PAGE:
Tim McDonald Init Interview


Tim McDonald Init Interview

Is Your Cleanser Secretly Adding Years To Your Skin?

Did you know that your favourite bottle of shampoo could contain formaldehyde, a known carcinogen that is also linked to asthma, neurotoxicity, and developmental toxicity? Or that your nail polish may contain chromium, another deadly carcinogen and mutagen…

We seem to spend so much time worrying about what we put IN our body but not nearly as much time stressing about what we put ON our body – something that can be just as damaging to our health.

But what if I told you that there was a game changing app on the market that can tell you exactly what is in your beauty products?

Introducing Init the free Aussie app that all us beauty junkies have been waiting for!

Init takes into account the ingredients and chemical composition of your cosmetic products and alerts users to the potentially harmful chemicals that are present in their items, giving an overall recommendation of whether or not the product is safe to use. No more worrying about whether your new mascara is going to make your eyelashes fall off or if your cleanser is going to make you age ten years overnight!

Interview with Tim McDonald

Question: What is the Init app?

Tim McDonald: Init is a health rating analyser for food and cosmetic products. You can scan a barcode of any food or beauty product and the app provides a "healthiness" score out of 100, according to scientific guidelines.


Question: What originally inspired you to create Init?

Tim McDonald: It started when I read a news article about harmful ingredients being allowed for use in Australian cosmetics and foods. Then I looked for an app to help identify those products and there wasn't one. A year later Init was born.


Question: How important is it to think about what we put on our body as well as what we put in it?

Tim McDonald: For me it's really simple: good health starts with what we consume and what we come in contact with! Your skin is the largest organ of your body. Some chemicals can and do enter your bloodstream through application to the skin, so it's safer to avoid those harmful chemicals on the chance they are entering your bloodstream. Alternatively some beauty ingredients aren't toxic but do cause allergic reactions for a large number of people. Isn't it better to avoid those too?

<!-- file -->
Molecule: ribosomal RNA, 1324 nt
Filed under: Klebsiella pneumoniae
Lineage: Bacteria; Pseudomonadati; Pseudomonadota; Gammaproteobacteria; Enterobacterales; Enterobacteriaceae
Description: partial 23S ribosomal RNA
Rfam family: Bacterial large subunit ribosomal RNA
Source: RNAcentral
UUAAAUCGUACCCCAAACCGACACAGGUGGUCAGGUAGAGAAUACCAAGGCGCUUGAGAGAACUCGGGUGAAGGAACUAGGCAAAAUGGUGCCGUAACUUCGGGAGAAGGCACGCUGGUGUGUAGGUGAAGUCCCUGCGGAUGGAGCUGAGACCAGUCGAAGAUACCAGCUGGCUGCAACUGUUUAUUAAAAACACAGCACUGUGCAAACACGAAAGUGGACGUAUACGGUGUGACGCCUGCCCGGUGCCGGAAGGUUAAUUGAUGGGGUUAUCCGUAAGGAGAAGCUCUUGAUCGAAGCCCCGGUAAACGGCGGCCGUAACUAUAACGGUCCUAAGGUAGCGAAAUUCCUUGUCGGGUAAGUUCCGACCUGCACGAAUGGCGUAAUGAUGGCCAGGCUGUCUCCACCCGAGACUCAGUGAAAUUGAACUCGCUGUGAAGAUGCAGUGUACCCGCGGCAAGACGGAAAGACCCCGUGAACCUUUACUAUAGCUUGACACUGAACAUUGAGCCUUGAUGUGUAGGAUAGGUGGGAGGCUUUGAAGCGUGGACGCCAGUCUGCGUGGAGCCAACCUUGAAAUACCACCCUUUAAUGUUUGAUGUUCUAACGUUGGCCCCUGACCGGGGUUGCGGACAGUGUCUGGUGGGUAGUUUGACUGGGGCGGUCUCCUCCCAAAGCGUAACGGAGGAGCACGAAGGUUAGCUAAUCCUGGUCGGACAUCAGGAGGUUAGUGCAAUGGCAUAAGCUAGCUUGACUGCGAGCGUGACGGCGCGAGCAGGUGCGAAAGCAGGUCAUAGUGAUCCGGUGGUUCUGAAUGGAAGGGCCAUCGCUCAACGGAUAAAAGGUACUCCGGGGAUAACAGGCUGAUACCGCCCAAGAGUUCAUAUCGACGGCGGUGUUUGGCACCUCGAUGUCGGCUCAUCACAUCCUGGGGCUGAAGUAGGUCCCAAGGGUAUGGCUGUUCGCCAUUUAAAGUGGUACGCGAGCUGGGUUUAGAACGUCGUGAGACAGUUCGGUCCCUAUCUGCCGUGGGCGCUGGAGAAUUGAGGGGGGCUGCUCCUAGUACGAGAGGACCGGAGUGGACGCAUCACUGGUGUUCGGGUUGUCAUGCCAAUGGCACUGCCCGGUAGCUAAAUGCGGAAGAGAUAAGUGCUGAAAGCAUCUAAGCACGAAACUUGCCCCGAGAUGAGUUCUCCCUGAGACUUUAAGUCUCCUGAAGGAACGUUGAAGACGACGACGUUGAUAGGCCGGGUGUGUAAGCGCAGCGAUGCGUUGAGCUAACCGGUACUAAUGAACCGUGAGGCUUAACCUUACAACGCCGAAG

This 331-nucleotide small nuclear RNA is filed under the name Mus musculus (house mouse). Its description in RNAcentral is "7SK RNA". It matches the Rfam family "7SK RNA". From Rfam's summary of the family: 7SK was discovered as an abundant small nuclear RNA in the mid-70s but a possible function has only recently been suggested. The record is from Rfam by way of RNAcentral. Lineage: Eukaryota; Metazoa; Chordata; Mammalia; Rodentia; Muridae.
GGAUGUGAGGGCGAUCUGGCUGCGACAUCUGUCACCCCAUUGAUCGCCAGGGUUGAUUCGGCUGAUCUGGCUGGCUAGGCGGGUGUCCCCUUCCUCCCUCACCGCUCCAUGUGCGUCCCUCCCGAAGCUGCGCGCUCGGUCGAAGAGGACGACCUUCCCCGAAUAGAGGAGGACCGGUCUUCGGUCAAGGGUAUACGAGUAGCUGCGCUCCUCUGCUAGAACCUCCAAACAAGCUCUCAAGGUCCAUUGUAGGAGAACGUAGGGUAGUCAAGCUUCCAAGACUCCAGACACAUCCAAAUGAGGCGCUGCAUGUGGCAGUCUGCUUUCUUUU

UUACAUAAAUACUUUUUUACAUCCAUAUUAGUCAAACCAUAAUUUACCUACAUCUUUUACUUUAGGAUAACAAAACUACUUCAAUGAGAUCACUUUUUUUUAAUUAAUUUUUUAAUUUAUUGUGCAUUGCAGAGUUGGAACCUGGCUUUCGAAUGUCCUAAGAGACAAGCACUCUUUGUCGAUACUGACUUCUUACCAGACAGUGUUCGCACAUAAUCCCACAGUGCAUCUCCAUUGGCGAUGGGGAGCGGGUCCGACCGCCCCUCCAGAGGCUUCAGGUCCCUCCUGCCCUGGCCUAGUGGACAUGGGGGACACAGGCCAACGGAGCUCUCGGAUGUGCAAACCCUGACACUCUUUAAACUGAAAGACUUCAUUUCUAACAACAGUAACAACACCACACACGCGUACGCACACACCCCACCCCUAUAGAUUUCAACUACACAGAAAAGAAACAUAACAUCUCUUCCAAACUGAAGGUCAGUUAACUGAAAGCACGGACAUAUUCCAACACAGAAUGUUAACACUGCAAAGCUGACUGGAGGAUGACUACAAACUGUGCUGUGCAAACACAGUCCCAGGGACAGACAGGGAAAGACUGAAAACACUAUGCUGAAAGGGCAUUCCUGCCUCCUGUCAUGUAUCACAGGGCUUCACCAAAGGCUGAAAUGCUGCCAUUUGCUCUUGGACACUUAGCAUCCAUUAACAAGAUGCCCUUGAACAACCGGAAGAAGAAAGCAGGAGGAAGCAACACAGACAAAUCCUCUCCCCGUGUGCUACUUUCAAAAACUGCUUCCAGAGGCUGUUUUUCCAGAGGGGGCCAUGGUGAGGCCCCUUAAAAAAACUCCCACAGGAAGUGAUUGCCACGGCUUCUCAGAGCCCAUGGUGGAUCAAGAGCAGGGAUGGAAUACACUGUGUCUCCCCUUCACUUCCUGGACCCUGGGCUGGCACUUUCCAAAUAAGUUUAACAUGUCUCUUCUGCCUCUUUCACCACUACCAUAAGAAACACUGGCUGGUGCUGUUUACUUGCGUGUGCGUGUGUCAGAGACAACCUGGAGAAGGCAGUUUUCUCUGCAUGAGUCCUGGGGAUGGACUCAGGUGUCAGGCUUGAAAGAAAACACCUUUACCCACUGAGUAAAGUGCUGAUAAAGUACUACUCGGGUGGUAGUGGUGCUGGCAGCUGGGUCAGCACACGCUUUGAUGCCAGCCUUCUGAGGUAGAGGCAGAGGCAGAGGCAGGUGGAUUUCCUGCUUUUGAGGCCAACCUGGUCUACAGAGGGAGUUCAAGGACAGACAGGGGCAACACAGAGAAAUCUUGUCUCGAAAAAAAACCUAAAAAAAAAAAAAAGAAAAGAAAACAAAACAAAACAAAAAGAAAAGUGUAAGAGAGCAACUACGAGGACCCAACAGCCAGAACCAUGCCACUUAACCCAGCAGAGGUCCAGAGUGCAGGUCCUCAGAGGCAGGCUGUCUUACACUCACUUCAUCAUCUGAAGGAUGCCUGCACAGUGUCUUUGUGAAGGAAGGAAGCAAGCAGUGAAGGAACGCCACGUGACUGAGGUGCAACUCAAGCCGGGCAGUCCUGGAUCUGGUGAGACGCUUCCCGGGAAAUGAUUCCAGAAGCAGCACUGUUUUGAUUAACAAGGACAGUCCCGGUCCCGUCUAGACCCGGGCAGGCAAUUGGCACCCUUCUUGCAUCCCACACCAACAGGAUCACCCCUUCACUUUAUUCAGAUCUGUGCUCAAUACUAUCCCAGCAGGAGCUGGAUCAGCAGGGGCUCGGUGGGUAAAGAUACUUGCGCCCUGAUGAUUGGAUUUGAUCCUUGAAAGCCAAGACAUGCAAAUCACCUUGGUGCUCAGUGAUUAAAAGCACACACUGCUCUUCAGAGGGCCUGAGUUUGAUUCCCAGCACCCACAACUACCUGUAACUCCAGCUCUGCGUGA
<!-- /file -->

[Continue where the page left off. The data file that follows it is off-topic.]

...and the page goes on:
Question: Once the app tells us what is in our beauty product, does it explain the issues associated with certain ingredients?

Tim McDonald: The app aims to identify any product ingredients with potential health concerns: ie, is it a potential carcinogen, endocrine disruptor, allergen or irritant? If the app identifies a chemical with a potential health risk, it provides citations to the relevant scientific sources so the User can read more about it.


Question: How does this rating system work?

Tim McDonald: Init scores beauty products on the basis of each ingredient contained in the product - ie, what's "in it"?

Ingredients are classified into four risk categories:
• No Risk (green dot)
• Low risk (yellow dot)
• Medium risk (orange dot)
• High risk (red dot)

If a product contains chemicals with a potentially high health risk, that product will score worse than a product with "lower risk" ingredients.


Question: What are the main ingredients and harmful chemicals we should be avoiding in our skincare?

Tim McDonald: Questions like this is one of the main reasons we wanted to create the app as it's almost impossible to remember all of the names and "trade names" of the high-risk chemicals used in beauty products. One example is "Lyral", a fragrance that causes itchy rashes in a significant number of people. It's also known as "Hydroxyisohexyl 3-cyclohexene carboxaldehyde", "Kovanol", "Mugonal" and "Landolal". Not exactly easy names to remember!


Question: Are there specific brands that outperform others, on the app?

Tim McDonald: There may be but it really does depend on each individual product scanned. There's 10,000s of beauty products in the database. A single brand might produce both "excellent", "good", "mediocre" and "bad" products. It would require a fairly huge analysis to assess whole brand ranges against each other and single some out.


Question: What's next for the Init app?

Tim McDonald: Our hope is that word continues to spread and our users continue to contribute new products to the database. There are scores of new beauty products released into the market daily and our database is kept up to date thanks to submissions by the app's own users. We've had exceptionally positive feedback from the users, it's surpassed our expectations!


Interview by Brooke Hunter

Photo credit: Little Alfie Photography


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